Student Ambassador Scarlett leading a workshop

Sam Johnson Memorial Lecture 2023 Online, Gender, Gentile Inclusion, and Jewish Identity in Antiquity: What to Do with a Woman, Professor Jill Hicks-Keeton, 25 January, 6pm

Presented by Manchester Classical Association and Manchester Centre for Public History and Heritage

Join us for this annual memorial lecture to our late colleague, Dr Sam Johnson, here at Manchester Metropolitan University, a renowned specialist in histories of Jewish Identity. Sign up here.

Prof Jill Hicks-Keeton (Phd, Duke University) is Associate Professor of Religious Studies at the University of Oklahoma, where she teaches courses on biblical literature, ancient Judaism & Christianity, and modern evangelicalism. She is the author of Arguing with Aseneth: Gentile Access to Israel’s Living God in Jewish Antiquity (Oxford University Press, 2018), which was awarded the 2020 Lautenschlaeger Award for Theological Promise, and Does Scripture Speak for Itself? The Museum of the Bible and the Politics of Interpretation (Cambridge University Press, 2022; with Cavan Concannon).

Hicks-Keeton co-edited The Museum of the Bible: A Critical Introduction (Lexington Books/Fortress Academic, 2019) and The Ways that Often Parted (SBL Press, 2018) and has written for Religion Dispatches, Religion & Politics, Ancient Jew Review, The Revealer, and The Bible and Interpretation. Hicks-Keeton was a recipient of the Society of Biblical Literature Regional Scholar Award and has served as a Humanities Forum Fellow, a Risser Innovative Teaching Fellow, and Honors College Presidential Teaching Fellow at the University of Oklahoma.

Hicks-Keeton serves as Co-Chair of the Metacriticism Program Unit of the Society of Biblical Literature and steering committee member of the Pseudepigrapha Program Unit of the Society of Biblical Literature. She is on the editorial board of the Journal for the Study of the Pseudepigrapha.

Follow her on Twitter @JillHicksKeeton.

Sign up here.

Gender, Gentile Inclusion, and  Jewish Identity in Antiquity... image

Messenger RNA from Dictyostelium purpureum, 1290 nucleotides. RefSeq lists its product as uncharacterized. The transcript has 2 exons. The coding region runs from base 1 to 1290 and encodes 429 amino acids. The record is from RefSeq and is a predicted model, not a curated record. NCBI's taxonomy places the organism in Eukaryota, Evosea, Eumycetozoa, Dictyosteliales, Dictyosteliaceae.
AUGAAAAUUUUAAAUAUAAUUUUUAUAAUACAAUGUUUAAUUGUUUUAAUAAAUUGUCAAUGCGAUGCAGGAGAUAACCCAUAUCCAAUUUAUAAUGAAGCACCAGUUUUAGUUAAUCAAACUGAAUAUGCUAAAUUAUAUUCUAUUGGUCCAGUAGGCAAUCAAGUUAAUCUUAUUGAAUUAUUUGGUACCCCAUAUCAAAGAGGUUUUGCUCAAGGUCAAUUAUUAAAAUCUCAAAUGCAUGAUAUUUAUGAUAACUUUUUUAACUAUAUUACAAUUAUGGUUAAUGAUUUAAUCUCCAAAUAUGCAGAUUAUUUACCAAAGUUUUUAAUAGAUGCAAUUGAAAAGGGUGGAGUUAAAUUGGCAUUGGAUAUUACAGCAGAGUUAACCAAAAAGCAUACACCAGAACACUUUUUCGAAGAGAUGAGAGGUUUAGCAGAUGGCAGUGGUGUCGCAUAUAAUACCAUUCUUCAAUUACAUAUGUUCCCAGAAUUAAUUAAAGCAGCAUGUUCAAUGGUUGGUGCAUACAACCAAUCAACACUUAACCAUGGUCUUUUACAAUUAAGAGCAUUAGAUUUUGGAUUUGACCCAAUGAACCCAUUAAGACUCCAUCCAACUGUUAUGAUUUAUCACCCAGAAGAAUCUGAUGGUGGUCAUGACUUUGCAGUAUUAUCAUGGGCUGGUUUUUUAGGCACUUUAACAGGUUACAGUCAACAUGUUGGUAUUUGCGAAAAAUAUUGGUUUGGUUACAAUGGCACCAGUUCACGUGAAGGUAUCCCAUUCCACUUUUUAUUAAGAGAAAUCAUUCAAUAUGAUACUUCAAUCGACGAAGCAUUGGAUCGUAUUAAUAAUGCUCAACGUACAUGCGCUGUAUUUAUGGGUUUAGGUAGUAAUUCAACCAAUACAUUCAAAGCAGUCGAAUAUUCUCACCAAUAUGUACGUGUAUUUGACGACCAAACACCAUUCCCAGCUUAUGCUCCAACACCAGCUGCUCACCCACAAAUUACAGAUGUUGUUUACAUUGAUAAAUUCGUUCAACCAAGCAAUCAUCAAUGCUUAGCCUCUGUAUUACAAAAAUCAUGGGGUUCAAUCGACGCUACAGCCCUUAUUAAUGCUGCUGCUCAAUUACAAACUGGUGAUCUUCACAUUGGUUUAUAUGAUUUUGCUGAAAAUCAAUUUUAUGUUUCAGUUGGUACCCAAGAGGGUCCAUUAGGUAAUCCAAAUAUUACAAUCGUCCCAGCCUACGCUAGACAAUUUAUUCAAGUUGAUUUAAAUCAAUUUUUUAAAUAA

Gender, Gentile Inclusion, and  Jewish Identity in Antiquity... image

Women’s Football Coaching as a Cultural Heritage

By Jodie Neville

Women’s football has undergone a surge in popularity recently thanks to the Lionesses winning the Euros. It seems the struggle for recognition and investment in women’s football is starting to be won. This long and bumpy road started with pioneer players, and the history on them has been vastly added to by writers and scholars in recent years. There are, and have been, women football coaches, but it is an area and a story that remains comparatively unexplored. There is a lack of debate on gender, race, and class participation in coaching, and this often also takes place in a historical vacuum. This is where this research project comes in.

There has been a growing interest in Britain’s sporting heritage over the last two decades, as highlighted by an expansion in the number of sports-related museums and statues, although heritage is not solely represented by physical artefacts, it can equally be represented by memories and oral histories. This project will be an agent in the heritage process by adding interview accounts of the life histories of women football coaches to the historical record. The project will then assess how far the cultural heritage characteristics of coaching have contributed to the marginalisation of women in coaching.

1912 English Ladies Swimming Team

Sports coaching is a social practice that is shaped by its cultural context. Developments in coaching, therefore, reflect wider public values. Some of the key cultural constraints that hinder female coaches are historically embedded patriarchal structures and misogynistic attitudes that continue to view women as ‘homemakers’ and unsuited to sports coaching, especially at elite levels.